Most people know that life insurance is something that allows a spouse or other beneficiaries to be paid a sum of money (called the death benefit) upon the death of someone covered by life insurance. Fewer people know about the different types of life insurance, the features, and the versatility of the different types.
In short, there are two types of life insurance: Term insurance and permanent insurance.
Term Life Insurance – Term life insurance is designed to cover a person for a specific number of years, during which the policy owner pays the same premium in exchange for coverage. When the length of the term ends, the policy owner is typically placed into a different rating category for the next term, which usually means a change in premium. Term policies are strictly protection policies, meaning that the only benefit comes from specified event, for which a sum of money is paid to a beneficiary. Term insurance is typically very inexpensive and well-suited for young people and those without dependents or children, although term insurance does not build up any cash value.
Permanent Life Insurance – There are several different types of permanent life insurance, but the main types are whole life, universal life, and variable versions of the two. One of the great things about permanent life insurance policies is that, unlike term policies, they can actually build up cash value. You can borrow against this cash value after it has accumulated a certain amount. Permanent policies can also carry an investment aspect to them, meaning that in addition to the protection aspect of a term policy, they also serve as a cash accumulation vehicle that facilitates the growth of capital. Below is an overview of several of these types of permanent policies.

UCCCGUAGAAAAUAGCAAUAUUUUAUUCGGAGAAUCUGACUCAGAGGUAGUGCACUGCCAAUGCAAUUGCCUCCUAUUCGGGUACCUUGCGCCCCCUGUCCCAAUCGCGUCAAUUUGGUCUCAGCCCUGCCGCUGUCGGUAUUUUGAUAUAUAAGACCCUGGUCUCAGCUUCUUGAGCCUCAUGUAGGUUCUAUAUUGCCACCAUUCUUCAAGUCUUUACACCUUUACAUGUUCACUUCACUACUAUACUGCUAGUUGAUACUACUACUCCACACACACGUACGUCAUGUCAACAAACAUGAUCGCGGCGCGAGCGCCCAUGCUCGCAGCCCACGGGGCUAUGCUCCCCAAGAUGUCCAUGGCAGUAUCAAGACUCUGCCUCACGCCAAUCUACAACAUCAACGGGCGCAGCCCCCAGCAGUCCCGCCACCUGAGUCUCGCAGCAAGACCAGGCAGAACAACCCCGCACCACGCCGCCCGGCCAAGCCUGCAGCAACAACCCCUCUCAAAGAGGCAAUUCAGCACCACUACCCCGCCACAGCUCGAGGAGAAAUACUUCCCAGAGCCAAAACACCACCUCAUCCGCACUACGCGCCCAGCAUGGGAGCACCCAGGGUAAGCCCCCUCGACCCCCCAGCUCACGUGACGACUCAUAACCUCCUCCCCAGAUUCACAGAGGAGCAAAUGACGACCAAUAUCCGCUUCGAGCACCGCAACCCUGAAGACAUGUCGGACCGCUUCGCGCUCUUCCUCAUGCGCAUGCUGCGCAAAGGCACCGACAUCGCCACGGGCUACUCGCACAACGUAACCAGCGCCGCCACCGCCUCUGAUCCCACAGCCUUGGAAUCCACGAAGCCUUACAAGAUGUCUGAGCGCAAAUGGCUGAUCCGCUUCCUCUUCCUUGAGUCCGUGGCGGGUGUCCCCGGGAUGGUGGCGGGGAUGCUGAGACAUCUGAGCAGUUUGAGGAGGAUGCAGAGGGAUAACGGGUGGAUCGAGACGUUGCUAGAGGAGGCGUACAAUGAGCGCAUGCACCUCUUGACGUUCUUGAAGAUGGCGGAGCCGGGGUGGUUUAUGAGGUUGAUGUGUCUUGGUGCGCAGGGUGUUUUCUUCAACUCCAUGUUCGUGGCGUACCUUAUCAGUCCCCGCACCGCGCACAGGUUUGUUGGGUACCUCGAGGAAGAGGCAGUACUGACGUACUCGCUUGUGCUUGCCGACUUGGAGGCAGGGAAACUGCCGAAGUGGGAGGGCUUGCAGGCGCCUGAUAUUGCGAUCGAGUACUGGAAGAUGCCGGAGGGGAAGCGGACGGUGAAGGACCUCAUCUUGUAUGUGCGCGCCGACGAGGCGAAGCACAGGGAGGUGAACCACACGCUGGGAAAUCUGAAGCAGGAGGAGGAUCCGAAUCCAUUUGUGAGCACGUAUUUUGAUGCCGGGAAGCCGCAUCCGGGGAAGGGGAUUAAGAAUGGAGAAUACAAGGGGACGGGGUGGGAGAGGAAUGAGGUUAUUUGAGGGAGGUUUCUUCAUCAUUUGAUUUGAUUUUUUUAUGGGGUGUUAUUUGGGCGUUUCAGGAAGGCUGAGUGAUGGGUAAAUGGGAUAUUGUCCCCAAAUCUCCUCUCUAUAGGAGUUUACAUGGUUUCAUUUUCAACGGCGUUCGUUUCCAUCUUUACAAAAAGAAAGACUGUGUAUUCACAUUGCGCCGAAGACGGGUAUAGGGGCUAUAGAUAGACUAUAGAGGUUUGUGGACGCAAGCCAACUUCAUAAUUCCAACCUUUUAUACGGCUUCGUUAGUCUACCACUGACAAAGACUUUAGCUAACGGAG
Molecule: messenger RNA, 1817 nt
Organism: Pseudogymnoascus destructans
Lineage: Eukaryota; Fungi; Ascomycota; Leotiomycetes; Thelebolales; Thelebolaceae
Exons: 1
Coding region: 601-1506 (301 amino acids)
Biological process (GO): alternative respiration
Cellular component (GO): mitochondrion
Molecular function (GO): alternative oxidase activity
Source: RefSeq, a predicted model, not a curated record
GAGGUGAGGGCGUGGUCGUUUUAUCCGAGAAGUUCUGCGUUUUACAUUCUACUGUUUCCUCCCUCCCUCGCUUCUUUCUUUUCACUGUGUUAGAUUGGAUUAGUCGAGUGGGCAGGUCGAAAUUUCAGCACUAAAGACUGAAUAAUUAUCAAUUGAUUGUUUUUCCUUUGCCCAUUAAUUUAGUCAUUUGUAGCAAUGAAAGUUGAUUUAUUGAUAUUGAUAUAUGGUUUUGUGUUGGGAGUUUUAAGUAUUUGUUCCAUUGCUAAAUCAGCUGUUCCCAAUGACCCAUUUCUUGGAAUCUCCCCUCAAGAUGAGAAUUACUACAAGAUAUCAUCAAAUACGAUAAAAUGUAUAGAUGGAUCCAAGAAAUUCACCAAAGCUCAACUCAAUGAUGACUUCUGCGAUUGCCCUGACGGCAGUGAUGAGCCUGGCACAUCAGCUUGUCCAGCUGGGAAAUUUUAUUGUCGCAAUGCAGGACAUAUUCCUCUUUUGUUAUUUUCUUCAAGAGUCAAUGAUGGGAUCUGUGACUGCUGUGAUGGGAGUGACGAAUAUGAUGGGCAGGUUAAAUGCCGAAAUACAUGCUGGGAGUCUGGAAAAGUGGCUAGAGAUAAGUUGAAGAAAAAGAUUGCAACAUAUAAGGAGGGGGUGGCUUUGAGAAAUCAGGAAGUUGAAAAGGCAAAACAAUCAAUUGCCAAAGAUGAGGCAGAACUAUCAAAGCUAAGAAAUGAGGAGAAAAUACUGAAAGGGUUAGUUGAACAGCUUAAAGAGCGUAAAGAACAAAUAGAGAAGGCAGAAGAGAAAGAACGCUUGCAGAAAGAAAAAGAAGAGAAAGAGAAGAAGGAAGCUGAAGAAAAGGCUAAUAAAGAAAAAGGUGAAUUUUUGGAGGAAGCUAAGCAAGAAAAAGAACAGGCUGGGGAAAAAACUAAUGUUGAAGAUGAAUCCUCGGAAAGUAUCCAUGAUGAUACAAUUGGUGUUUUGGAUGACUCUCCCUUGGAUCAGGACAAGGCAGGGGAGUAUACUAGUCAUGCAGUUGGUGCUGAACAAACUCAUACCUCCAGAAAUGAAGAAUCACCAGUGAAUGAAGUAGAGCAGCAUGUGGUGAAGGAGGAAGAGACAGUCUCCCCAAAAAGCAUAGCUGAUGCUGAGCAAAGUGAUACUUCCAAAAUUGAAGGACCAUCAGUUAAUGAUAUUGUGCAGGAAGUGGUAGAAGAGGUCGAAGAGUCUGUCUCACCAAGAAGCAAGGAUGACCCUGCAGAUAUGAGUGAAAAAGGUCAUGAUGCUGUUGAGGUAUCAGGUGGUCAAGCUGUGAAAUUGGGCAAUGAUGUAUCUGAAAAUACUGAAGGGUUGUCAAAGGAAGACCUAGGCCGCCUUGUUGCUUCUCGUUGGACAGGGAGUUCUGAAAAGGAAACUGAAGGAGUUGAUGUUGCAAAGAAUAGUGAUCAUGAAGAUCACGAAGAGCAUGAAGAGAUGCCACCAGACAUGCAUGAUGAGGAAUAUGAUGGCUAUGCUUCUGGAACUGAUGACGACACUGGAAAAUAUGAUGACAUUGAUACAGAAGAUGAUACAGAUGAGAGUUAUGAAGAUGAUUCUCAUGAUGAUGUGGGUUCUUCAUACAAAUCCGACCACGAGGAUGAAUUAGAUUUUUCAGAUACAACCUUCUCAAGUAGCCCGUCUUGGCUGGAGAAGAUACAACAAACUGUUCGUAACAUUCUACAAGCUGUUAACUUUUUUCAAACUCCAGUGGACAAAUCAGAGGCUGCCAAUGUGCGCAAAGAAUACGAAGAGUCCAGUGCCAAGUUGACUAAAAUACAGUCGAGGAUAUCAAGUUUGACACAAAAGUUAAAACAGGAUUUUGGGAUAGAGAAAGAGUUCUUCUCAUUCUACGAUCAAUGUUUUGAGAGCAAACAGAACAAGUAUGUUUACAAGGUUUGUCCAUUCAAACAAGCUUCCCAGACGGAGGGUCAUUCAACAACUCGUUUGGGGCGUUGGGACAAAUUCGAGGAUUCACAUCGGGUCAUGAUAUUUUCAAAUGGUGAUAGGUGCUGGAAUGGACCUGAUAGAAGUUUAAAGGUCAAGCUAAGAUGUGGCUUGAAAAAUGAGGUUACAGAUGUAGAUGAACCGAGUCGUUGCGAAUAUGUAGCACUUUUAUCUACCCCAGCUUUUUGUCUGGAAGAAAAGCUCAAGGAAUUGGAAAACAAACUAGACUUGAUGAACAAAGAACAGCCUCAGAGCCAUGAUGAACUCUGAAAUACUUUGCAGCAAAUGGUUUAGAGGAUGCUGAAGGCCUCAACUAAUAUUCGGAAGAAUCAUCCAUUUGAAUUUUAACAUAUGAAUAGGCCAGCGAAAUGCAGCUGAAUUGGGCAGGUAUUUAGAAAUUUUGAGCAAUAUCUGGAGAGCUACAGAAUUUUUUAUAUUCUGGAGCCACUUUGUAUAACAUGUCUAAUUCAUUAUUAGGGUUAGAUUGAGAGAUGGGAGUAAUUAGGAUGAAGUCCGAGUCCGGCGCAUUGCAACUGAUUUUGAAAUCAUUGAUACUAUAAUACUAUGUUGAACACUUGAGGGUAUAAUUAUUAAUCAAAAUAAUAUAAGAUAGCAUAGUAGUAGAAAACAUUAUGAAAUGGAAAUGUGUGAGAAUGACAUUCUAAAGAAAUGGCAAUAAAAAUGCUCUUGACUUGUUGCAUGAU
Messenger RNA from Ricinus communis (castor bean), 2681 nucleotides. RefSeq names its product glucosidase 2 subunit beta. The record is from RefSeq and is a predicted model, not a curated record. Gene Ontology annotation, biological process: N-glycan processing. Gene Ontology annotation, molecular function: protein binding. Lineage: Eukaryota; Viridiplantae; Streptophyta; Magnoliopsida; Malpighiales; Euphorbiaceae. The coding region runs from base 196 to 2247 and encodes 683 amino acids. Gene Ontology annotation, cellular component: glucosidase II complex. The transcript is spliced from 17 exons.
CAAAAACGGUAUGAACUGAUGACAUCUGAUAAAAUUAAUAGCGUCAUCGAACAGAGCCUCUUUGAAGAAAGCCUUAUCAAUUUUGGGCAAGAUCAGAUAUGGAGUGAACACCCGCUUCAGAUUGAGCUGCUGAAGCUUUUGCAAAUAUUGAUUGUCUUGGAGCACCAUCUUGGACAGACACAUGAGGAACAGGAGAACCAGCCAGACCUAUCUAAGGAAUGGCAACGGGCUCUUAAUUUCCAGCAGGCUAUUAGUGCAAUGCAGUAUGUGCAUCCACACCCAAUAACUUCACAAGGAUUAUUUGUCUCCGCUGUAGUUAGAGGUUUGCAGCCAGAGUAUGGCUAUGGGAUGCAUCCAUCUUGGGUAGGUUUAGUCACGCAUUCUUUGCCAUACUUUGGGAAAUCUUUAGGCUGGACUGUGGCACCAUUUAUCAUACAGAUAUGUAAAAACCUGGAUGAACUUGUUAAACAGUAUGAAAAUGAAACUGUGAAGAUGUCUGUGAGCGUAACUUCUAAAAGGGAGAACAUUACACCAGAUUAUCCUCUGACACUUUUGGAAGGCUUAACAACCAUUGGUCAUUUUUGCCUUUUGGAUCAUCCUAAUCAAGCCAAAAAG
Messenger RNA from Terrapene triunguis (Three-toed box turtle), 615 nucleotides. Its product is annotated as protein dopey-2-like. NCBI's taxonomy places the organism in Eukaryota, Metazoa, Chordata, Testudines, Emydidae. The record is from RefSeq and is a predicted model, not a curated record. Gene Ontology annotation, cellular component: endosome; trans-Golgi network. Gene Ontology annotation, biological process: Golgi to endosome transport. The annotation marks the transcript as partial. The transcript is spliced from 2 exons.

Whole Life Policies – Whole life insurance tends to be the most expensive of the three primary types of life insurance (term, whole life, and universal life), but the advantages are that the death benefit, rate of cash value growth, and the fixed premium are all guaranteed. Whole life policies have less of a risk of lapsing because much like term policies, the owner has to make regular premium payments to keep the policy active.
Universal Life Policies – Universal life insurance is the most flexible of between term, whole life, and universal life policies. What makes it so flexible is that there is regular schedule of payments and the growth rate of the cash value is not fixed. To keep the policy active, the owner must monitor the amount of cash value accumulated and make sure that there is an adequate amount to meet the charges and demands of the insurer. Universal life policies are typically more expensive than term policies, but less expensive than whole life policies.
- Variable Life Policies – Variable life insurance policies have cash value that accrues interest at variable rate that depends on where the owner decides to invest the cash value. The policy owner has the option to invest the cash value as he or she sees fit. Variable universal life tends to be a better cash accumulation vehicle than variable whole life because variable whole life policies have fixed investment and premium schedules.
While term and permanent policies have many differences, there are two things that term policies and permanent policies have in common:
Both term and permanent policies protect your family and loved ones in the event of your passing, by replacing some or all of your lost income and preventing financial hardship.
- Both term and permanent policies are a great way to leave an estate for your children and loved ones because the death benefit is typically far greater than the amount of the premiums paid.